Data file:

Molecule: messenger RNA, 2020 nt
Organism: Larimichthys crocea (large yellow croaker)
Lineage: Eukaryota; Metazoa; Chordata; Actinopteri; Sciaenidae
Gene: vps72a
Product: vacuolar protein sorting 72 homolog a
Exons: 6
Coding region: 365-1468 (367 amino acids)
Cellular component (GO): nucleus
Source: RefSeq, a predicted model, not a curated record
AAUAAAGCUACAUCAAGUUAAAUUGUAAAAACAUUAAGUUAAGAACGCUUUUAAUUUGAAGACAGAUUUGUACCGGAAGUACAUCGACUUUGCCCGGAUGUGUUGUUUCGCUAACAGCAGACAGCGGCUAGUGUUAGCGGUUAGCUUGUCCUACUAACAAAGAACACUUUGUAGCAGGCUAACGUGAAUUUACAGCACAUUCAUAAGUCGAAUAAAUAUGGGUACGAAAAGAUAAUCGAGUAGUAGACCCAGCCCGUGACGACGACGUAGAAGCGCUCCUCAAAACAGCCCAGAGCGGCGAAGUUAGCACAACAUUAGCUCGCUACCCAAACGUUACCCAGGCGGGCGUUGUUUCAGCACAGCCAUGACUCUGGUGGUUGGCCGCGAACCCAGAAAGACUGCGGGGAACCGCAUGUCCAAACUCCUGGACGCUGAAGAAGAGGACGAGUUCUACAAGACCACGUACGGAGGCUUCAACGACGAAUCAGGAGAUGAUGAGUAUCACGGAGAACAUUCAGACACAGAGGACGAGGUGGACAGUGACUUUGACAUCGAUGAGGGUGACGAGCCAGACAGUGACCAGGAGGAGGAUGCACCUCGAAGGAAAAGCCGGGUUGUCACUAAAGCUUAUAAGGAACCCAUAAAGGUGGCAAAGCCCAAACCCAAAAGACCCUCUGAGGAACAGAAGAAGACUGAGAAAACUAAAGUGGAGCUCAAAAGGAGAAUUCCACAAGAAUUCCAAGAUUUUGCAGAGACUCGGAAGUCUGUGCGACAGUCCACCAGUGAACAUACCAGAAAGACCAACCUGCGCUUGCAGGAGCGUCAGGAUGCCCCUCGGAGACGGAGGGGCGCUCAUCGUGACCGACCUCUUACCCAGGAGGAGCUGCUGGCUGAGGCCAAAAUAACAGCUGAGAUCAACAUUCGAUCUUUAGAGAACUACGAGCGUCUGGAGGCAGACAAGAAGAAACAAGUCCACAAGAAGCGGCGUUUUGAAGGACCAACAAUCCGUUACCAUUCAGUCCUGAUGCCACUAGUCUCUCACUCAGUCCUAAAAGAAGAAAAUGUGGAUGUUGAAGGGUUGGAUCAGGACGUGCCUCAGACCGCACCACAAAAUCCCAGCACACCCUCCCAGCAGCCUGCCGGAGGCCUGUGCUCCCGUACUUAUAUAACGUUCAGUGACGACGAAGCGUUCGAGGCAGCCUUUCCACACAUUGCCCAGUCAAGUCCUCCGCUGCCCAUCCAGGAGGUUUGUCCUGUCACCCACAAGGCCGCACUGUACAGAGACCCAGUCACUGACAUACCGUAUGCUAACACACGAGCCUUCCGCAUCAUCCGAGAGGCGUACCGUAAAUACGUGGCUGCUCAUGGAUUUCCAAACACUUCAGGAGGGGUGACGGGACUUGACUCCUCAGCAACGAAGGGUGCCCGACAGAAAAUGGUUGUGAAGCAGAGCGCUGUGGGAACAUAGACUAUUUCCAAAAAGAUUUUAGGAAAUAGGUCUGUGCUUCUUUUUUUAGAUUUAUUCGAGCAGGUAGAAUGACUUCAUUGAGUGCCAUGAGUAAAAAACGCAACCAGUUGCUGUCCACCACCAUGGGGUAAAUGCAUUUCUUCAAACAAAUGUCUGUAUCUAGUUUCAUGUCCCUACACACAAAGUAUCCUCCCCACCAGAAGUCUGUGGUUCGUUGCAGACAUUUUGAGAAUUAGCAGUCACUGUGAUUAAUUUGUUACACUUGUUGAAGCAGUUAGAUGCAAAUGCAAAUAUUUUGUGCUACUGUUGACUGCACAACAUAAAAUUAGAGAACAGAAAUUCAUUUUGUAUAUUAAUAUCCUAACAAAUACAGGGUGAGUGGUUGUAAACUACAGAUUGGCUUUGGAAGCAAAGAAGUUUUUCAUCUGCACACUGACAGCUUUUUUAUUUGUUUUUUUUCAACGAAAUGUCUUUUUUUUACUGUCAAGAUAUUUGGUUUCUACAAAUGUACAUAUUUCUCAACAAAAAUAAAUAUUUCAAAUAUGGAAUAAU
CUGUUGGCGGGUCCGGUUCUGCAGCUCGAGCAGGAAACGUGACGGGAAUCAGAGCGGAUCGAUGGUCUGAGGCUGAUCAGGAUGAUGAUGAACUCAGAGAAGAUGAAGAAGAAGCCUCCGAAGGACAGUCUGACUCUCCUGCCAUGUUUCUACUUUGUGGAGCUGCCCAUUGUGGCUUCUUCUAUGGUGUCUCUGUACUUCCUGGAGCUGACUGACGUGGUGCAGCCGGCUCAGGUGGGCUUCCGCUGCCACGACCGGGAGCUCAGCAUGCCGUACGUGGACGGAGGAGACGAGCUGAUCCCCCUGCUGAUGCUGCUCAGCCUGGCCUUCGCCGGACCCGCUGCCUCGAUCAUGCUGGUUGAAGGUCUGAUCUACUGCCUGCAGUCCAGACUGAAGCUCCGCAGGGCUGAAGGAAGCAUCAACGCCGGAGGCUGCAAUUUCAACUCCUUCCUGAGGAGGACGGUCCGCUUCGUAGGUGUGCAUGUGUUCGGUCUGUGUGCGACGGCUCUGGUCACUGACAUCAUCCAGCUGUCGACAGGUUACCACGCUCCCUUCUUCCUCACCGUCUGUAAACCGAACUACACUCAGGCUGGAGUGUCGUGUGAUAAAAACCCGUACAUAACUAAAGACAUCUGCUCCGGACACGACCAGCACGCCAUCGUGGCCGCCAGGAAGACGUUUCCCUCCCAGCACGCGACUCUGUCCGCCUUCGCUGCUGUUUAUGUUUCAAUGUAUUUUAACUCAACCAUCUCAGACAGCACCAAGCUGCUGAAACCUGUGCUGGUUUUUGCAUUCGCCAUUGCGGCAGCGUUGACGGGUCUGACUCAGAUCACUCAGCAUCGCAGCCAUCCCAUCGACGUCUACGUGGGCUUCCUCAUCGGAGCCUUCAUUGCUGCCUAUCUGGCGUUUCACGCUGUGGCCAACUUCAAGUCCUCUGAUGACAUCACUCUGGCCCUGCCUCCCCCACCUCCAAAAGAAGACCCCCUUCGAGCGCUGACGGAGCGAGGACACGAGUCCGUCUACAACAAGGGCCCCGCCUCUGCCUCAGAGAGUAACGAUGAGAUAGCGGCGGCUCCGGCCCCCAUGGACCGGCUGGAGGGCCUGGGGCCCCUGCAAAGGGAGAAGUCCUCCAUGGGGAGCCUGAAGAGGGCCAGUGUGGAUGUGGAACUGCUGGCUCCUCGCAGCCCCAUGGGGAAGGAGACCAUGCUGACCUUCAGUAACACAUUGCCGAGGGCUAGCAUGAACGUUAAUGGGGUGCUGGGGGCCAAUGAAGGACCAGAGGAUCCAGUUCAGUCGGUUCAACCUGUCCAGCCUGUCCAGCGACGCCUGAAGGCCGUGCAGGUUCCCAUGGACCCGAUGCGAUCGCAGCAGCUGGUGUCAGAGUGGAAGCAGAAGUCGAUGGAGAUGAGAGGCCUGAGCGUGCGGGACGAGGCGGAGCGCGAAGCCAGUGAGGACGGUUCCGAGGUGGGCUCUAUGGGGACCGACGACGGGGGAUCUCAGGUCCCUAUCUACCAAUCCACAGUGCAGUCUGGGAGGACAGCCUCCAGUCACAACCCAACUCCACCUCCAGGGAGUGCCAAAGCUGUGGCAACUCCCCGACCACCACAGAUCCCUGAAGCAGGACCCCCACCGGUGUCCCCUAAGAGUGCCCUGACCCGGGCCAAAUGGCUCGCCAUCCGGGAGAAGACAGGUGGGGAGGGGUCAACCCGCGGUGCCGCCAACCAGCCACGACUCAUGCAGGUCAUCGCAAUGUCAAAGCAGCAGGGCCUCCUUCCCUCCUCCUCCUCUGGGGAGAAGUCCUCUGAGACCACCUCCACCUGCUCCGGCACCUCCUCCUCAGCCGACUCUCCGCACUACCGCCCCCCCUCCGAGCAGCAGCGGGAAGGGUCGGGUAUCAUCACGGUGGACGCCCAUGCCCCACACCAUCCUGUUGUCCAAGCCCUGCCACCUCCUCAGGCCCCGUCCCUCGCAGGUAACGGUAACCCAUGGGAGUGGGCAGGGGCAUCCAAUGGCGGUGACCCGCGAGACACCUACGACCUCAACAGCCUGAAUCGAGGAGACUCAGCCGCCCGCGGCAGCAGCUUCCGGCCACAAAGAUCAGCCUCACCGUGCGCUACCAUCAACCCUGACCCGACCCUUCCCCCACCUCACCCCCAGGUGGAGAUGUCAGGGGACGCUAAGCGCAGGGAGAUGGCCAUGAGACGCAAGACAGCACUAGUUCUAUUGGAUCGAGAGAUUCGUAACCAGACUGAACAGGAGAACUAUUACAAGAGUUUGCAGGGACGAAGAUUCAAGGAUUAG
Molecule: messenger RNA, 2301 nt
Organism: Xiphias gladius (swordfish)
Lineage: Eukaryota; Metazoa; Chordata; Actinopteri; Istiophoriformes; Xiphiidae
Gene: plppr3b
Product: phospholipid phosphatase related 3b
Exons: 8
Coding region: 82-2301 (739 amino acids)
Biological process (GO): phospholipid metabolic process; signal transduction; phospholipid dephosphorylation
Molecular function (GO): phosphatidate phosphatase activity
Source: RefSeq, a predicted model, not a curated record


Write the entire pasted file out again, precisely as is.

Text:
Molecule: messenger RNA, 2020 nt
Organism: Larimichthys crocea (large yellow croaker)
Lineage: Eukaryota; Metazoa; Chordata; Actinopteri; Sciaenidae
Gene: vps72a
Product: vacuolar protein sorting 72 homolog a
Exons: 6
Coding region: 365-1468 (367 amino acids)
Cellular component (GO): nucleus
Source: RefSeq, a predicted model, not a curated record
AAUAAAGCUACAUCAAGUUAAAUUGUAAAAACAUUAAGUUAAGAACGCUUUUAAUUUGAAGACAGAUUUGUACCGGAAGUACAUCGACUUUGCCCGGAUGUGUUGUUUCGCUAACAGCAGACAGCGGCUAGUGUUAGCGGUUAGCUUGUCCUACUAACAAAGAACACUUUGUAGCAGGCUAACGUGAAUUUACAGCACAUUCAUAAGUCGAAUAAAUAUGGGUACGAAAAGAUAAUCGAGUAGUAGACCCAGCCCGUGACGACGACGUAGAAGCGCUCCUCAAAACAGCCCAGAGCGGCGAAGUUAGCACAACAUUAGCUCGCUACCCAAACGUUACCCAGGCGGGCGUUGUUUCAGCACAGCCAUGACUCUGGUGGUUGGCCGCGAACCCAGAAAGACUGCGGGGAACCGCAUGUCCAAACUCCUGGACGCUGAAGAAGAGGACGAGUUCUACAAGACCACGUACGGAGGCUUCAACGACGAAUCAGGAGAUGAUGAGUAUCACGGAGAACAUUCAGACACAGAGGACGAGGUGGACAGUGACUUUGACAUCGAUGAGGGUGACGAGCCAGACAGUGACCAGGAGGAGGAUGCACCUCGAAGGAAAAGCCGGGUUGUCACUAAAGCUUAUAAGGAACCCAUAAAGGUGGCAAAGCCCAAACCCAAAAGACCCUCUGAGGAACAGAAGAAGACUGAGAAAACUAAAGUGGAGCUCAAAAGGAGAAUUCCACAAGAAUUCCAAGAUUUUGCAGAGACUCGGAAGUCUGUGCGACAGUCCACCAGUGAACAUACCAGAAAGACCAACCUGCGCUUGCAGGAGCGUCAGGAUGCCCCUCGGAGACGGAGGGGCGCUCAUCGUGACCGACCUCUUACCCAGGAGGAGCUGCUGGCUGAGGCCAAAAUAACAGCUGAGAUCAACAUUCGAUCUUUAGAGAACUACGAGCGUCUGGAGGCAGACAAGAAGAAACAAGUCCACAAGAAGCGGCGUUUUGAAGGACCAACAAUCCGUUACCAUUCAGUCCUGAUGCCACUAGUCUCUCACUCAGUCCUAAAAGAAGAAAAUGUGGAUGUUGAAGGGUUGGAUCAGGACGUGCCUCAGACCGCACCACAAAAUCCCAGCACACCCUCCCAGCAGCCUGCCGGAGGCCUGUGCUCCCGUACUUAUAUAACGUUCAGUGACGACGAAGCGUUCGAGGCAGCCUUUCCACACAUUGCCCAGUCAAGUCCUCCGCUGCCCAUCCAGGAGGUUUGUCCUGUCACCCACAAGGCCGCACUGUACAGAGACCCAGUCACUGACAUACCGUAUGCUAACACACGAGCCUUCCGCAUCAUCCGAGAGGCGUACCGUAAAUACGUGGCUGCUCAUGGAUUUCCAAACACUUCAGGAGGGGUGACGGGACUUGACUCCUCAGCAACGAAGGGUGCCCGACAGAAAAUGGUUGUGAAGCAGAGCGCUGUGGGAACAUAGACUAUUUCCAAAAAGAUUUUAGGAAAUAGGUCUGUGCUUCUUUUUUUAGAUUUAUUCGAGCAGGUAGAAUGACUUCAUUGAGUGCCAUGAGUAAAAAACGCAACCAGUUGCUGUCCACCACCAUGGGGUAAAUGCAUUUCUUCAAACAAAUGUCUGUAUCUAGUUUCAUGUCCCUACACACAAAGUAUCCUCCCCACCAGAAGUCUGUGGUUCGUUGCAGACAUUUUGAGAAUUAGCAGUCACUGUGAUUAAUUUGUUACACUUGUUGAAGCAGUUAGAUGCAAAUGCAAAUAUUUUGUGCUACUGUUGACUGCACAACAUAAAAUUAGAGAACAGAAAUUCAUUUUGUAUAUUAAUAUCCUAACAAAUACAGGGUGAGUGGUUGUAAACUACAGAUUGGCUUUGGAAGCAAAGAAGUUUUUCAUCUGCACACUGACAGCUUUUUUAUUUGUUUUUUUUCAACGAAAUGUCUUUUUUUUACUGUCAAGAUAUUUGGUUUCUACAAAUGUACAUAUUUCUCAACAAAAAUAAAUAUUUCAAAUAUGGAAUAAU
CUGUUGGCGGGUCCGGUUCUGCAGCUCGAGCAGGAAACGUGACGGGAAUCAGAGCGGAUCGAUGGUCUGAGGCUGAUCAGGAUGAUGAUGAACUCAGAGAAGAUGAAGAAGAAGCCUCCGAAGGACAGUCUGACUCUCCUGCCAUGUUUCUACUUUGUGGAGCUGCCCAUUGUGGCUUCUUCUAUGGUGUCUCUGUACUUCCUGGAGCUGACUGACGUGGUGCAGCCGGCUCAGGUGGGCUUCCGCUGCCACGACCGGGAGCUCAGCAUGCCGUACGUGGACGGAGGAGACGAGCUGAUCCCCCUGCUGAUGCUGCUCAGCCUGGCCUUCGCCGGACCCGCUGCCUCGAUCAUGCUGGUUGAAGGUCUGAUCUACUGCCUGCAGUCCAGACUGAAGCUCCGCAGGGCUGAAGGAAGCAUCAACGCCGGAGGCUGCAAUUUCAACUCCUUCCUGAGGAGGACGGUCCGCUUCGUAGGUGUGCAUGUGUUCGGUCUGUGUGCGACGGCUCUGGUCACUGACAUCAUCCAGCUGUCGACAGGUUACCACGCUCCCUUCUUCCUCACCGUCUGUAAACCGAACUACACUCAGGCUGGAGUGUCGUGUGAUAAAAACCCGUACAUAACUAAAGACAUCUGCUCCGGACACGACCAGCACGCCAUCGUGGCCGCCAGGAAGACGUUUCCCUCCCAGCACGCGACUCUGUCCGCCUUCGCUGCUGUUUAUGUUUCAAUGUAUUUUAACUCAACCAUCUCAGACAGCACCAAGCUGCUGAAACCUGUGCUGGUUUUUGCAUUCGCCAUUGCGGCAGCGUUGACGGGUCUGACUCAGAUCACUCAGCAUCGCAGCCAUCCCAUCGACGUCUACGUGGGCUUCCUCAUCGGAGCCUUCAUUGCUGCCUAUCUGGCGUUUCACGCUGUGGCCAACUUCAAGUCCUCUGAUGACAUCACUCUGGCCCUGCCUCCCCCACCUCCAAAAGAAGACCCCCUUCGAGCGCUGACGGAGCGAGGACACGAGUCCGUCUACAACAAGGGCCCCGCCUCUGCCUCAGAGAGUAACGAUGAGAUAGCGGCGGCUCCGGCCCCCAUGGACCGGCUGGAGGGCCUGGGGCCCCUGCAAAGGGAGAAGUCCUCCAUGGGGAGCCUGAAGAGGGCCAGUGUGGAUGUGGAACUGCUGGCUCCUCGCAGCCCCAUGGGGAAGGAGACCAUGCUGACCUUCAGUAACACAUUGCCGAGGGCUAGCAUGAACGUUAAUGGGGUGCUGGGGGCCAAUGAAGGACCAGAGGAUCCAGUUCAGUCGGUUCAACCUGUCCAGCCUGUCCAGCGACGCCUGAAGGCCGUGCAGGUUCCCAUGGACCCGAUGCGAUCGCAGCAGCUGGUGUCAGAGUGGAAGCAGAAGUCGAUGGAGAUGAGAGGCCUGAGCGUGCGGGACGAGGCGGAGCGCGAAGCCAGUGAGGACGGUUCCGAGGUGGGCUCUAUGGGGACCGACGACGGGGGAUCUCAGGUCCCUAUCUACCAAUCCACAGUGCAGUCUGGGAGGACAGCCUCCAGUCACAACCCAACUCCACCUCCAGGGAGUGCCAAAGCUGUGGCAACUCCCCGACCACCACAGAUCCCUGAAGCAGGACCCCCACCGGUGUCCCCUAAGAGUGCCCUGACCCGGGCCAAAUGGCUCGCCAUCCGGGAGAAGACAGGUGGGGAGGGGUCAACCCGCGGUGCCGCCAACCAGCCACGACUCAUGCAGGUCAUCGCAAUGUCAAAGCAGCAGGGCCUCCUUCCCUCCUCCUCCUCUGGGGAGAAGUCCUCUGAGACCACCUCCACCUGCUCCGGCACCUCCUCCUCAGCCGACUCUCCGCACUACCGCCCCCCCUCCGAGCAGCAGCGGGAAGGGUCGGGUAUCAUCACGGUGGACGCCCAUGCCCCACACCAUCCUGUUGUCCAAGCCCUGCCACCUCCUCAGGCCCCGUCCCUCGCAGGUAACGGUAACCCAUGGGAGUGGGCAGGGGCAUCCAAUGGCGGUGACCCGCGAGACACCUACGACCUCAACAGCCUGAAUCGAGGAGACUCAGCCGCCCGCGGCAGCAGCUUCCGGCCACAAAGAUCAGCCUCACCGUGCGCUACCAUCAACCCUGACCCGACCCUUCCCCCACCUCACCCCCAGGUGGAGAUGUCAGGGGACGCUAAGCGCAGGGAGAUGGCCAUGAGACGCAAGACAGCACUAGUUCUAUUGGAUCGAGAGAUUCGUAACCAGACUGAACAGGAGAACUAUUACAAGAGUUUGCAGGGACGAAGAUUCAAGGAUUAG
Molecule: messenger RNA, 2301 nt
Organism: Xiphias gladius (swordfish)
Lineage: Eukaryota; Metazoa; Chordata; Actinopteri; Istiophoriformes; Xiphiidae
Gene: plppr3b
Product: phospholipid phosphatase related 3b
Exons: 8
Coding region: 82-2301 (739 amino acids)
Biological process (GO): phospholipid metabolic process; signal transduction; phospholipid dephosphorylation
Molecular function (GO): phosphatidate phosphatase activity
Source: RefSeq, a predicted model, not a curated record